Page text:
Here is a clip of Mussina’s knuckle curve, or as you would like to call it a “spike curve”. In my opinion the term “spike curve” is just an old name for it around the time this pitch was invented. Just my theories about this pitch. Hope you enjoy :slight_smile:


#14

One again, not everyone can throw that pitch or a splitter/forkball either.

You could also try the Mike Marshal way of throwing a curve where you dont lead with the heel of your hand as I understand it.

Ian


#15

Ian,

Would you mind if I asked if you could send a link or post a picture of this grip please?

                            Thank you, WhiteSox101 :P

#16

Anyone know how Burt Hooten threw his KN-Curve? Grip? Release?


#17

I’ve been throwing the knuckle-curve for almost 30 years … ever since I saw Hooton demonstrate it before a World Series game on TV.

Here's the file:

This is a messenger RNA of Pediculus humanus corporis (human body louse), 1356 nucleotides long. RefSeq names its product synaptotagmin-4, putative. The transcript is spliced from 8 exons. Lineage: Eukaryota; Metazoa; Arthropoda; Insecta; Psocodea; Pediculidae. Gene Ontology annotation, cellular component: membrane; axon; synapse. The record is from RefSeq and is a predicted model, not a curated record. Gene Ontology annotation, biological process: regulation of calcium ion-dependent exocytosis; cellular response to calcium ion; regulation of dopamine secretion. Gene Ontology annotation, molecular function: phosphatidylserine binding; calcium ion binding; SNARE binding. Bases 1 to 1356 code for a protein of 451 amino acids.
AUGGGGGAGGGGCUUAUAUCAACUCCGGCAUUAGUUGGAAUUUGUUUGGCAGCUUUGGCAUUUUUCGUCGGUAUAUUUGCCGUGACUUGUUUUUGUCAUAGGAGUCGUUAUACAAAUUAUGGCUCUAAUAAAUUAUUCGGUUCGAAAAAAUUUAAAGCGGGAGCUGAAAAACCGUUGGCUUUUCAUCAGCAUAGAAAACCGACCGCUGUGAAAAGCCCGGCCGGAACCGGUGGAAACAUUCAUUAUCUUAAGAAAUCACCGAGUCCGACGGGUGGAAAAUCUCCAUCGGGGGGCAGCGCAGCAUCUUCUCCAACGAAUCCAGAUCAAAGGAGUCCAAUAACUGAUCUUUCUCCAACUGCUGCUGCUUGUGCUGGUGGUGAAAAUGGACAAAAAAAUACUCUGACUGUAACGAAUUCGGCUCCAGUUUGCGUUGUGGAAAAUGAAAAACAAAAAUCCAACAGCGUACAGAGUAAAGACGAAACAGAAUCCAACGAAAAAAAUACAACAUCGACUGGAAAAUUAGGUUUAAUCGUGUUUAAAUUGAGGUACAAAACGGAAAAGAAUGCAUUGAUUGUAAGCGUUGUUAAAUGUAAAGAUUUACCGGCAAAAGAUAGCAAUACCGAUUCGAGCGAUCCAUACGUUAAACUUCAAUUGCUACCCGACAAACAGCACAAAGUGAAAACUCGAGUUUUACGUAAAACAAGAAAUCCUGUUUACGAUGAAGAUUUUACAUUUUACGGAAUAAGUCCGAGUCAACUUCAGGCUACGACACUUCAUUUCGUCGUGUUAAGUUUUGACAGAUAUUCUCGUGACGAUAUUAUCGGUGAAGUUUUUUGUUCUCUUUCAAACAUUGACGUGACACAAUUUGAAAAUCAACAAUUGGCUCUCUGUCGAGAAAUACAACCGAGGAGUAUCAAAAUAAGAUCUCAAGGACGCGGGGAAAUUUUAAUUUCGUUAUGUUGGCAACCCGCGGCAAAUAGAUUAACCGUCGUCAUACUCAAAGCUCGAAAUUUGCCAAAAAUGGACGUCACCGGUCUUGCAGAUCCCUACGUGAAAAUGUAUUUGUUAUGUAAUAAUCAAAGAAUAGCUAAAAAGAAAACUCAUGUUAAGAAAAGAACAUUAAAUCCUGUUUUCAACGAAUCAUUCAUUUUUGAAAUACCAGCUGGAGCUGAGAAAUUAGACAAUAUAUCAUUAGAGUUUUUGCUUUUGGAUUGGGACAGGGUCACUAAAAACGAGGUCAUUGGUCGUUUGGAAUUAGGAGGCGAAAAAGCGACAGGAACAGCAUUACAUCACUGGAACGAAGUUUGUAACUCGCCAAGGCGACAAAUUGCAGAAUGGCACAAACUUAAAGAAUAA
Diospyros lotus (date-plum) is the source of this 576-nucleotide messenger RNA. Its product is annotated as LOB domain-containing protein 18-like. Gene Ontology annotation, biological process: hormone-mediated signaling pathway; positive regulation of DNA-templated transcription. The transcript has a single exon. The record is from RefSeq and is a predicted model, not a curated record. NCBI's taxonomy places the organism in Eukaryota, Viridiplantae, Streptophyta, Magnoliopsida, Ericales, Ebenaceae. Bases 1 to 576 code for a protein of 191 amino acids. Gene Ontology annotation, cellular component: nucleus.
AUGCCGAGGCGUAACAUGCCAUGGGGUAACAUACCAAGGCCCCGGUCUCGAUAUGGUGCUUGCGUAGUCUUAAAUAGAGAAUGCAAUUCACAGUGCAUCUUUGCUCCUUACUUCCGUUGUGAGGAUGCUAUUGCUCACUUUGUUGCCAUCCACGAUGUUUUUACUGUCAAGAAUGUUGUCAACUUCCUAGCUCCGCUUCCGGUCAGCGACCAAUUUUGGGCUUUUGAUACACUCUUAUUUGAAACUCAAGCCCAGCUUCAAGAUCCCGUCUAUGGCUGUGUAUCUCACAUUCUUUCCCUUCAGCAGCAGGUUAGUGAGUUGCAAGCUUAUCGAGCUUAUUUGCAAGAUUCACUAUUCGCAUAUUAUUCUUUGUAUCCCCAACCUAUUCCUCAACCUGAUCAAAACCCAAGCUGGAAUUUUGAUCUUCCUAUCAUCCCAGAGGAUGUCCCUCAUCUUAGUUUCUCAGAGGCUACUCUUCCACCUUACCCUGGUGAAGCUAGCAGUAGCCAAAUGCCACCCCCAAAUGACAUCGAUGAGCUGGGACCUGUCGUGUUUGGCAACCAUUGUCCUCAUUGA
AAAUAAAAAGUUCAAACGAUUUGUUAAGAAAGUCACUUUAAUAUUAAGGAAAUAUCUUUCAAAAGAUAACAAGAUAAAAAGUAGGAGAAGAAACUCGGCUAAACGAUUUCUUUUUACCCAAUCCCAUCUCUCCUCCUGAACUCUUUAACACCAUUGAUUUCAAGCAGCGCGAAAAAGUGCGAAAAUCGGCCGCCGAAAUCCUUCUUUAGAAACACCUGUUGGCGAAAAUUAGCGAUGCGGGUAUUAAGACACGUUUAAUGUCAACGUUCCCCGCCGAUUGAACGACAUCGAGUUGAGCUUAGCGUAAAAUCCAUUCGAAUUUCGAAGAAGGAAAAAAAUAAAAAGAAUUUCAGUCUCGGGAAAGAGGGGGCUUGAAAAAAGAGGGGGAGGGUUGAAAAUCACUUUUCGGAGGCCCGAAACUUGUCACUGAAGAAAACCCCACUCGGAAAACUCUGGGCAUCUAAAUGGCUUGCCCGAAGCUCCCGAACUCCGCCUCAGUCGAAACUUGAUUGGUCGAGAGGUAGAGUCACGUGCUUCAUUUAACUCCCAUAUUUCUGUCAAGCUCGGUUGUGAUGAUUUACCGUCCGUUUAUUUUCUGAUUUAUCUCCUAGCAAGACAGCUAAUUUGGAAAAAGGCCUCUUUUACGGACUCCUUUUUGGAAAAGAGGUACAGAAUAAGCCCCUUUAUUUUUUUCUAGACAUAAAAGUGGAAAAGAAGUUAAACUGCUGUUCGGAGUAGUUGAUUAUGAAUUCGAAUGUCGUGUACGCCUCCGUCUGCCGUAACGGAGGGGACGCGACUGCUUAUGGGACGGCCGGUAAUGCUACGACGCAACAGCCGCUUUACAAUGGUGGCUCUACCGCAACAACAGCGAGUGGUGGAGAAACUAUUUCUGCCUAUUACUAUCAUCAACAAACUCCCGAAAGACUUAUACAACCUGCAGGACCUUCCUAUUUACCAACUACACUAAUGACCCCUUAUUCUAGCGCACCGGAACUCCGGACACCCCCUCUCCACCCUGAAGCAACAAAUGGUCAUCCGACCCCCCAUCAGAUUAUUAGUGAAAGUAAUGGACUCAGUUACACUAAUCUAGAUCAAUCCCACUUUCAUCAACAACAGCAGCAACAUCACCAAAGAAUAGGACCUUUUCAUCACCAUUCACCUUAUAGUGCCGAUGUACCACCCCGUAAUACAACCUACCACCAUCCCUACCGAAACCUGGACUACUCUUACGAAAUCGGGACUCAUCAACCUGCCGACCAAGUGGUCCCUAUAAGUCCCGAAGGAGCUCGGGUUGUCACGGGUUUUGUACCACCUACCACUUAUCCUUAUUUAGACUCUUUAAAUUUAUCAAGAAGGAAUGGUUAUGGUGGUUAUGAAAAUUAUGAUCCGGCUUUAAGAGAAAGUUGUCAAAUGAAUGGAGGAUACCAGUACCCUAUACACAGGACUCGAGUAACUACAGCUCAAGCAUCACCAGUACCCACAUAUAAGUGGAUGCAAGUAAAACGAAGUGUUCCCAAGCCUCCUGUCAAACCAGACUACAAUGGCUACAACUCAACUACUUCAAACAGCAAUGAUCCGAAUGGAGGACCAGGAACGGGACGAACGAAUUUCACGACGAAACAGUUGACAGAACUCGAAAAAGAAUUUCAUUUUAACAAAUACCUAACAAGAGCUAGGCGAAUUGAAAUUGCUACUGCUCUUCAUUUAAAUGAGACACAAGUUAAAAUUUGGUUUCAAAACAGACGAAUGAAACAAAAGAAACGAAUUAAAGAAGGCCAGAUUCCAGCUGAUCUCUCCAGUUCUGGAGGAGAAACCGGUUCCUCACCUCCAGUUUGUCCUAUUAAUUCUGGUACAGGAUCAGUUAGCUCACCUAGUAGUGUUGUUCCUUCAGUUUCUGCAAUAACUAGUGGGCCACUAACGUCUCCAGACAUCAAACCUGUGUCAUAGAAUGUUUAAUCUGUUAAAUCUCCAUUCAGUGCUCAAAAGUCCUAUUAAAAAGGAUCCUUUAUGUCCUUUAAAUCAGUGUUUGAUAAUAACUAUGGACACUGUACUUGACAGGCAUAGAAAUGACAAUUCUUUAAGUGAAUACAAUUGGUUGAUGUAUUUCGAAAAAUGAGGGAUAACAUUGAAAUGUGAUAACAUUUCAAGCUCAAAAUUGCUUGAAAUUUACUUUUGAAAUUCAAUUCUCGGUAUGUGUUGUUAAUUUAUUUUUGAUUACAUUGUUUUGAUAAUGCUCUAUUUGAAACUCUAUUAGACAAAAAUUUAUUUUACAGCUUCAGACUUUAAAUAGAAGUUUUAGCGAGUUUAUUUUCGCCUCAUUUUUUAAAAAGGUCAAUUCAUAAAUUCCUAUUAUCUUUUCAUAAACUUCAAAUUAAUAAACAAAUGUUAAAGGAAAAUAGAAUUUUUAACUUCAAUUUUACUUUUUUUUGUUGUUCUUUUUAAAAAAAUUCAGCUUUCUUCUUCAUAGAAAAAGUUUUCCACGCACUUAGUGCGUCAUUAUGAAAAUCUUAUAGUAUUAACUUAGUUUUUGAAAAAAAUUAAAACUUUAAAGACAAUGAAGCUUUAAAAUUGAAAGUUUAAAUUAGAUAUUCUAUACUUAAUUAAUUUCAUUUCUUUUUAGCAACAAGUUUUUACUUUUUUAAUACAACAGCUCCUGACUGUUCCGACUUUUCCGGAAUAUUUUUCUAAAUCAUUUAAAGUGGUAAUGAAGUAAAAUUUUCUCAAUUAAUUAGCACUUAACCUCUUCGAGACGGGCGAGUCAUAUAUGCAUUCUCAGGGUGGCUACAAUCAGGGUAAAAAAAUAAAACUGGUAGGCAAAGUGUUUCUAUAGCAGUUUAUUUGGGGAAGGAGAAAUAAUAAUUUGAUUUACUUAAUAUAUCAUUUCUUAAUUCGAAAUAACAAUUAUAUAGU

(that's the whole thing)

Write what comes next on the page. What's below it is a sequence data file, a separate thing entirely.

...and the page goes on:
Like any pitch, it takes a long time to learn and master, and it won’t hurt your arm because it is thrown with the same arm action as a fastball. The only difference is that you use two fingernails pressed against the ball to flick the ball out with topspin instead of backspin.

I have big hands and am able to use my index and middle fingers, but Hooton used his middle and ring fingers and rode the index and pinky along the sides of the ball for more control.

I’m really not sure why this pitch hasn’t been taught more, especially to young kids, as it’s less taxing on the arm than a curve yet can give you the same breaking action.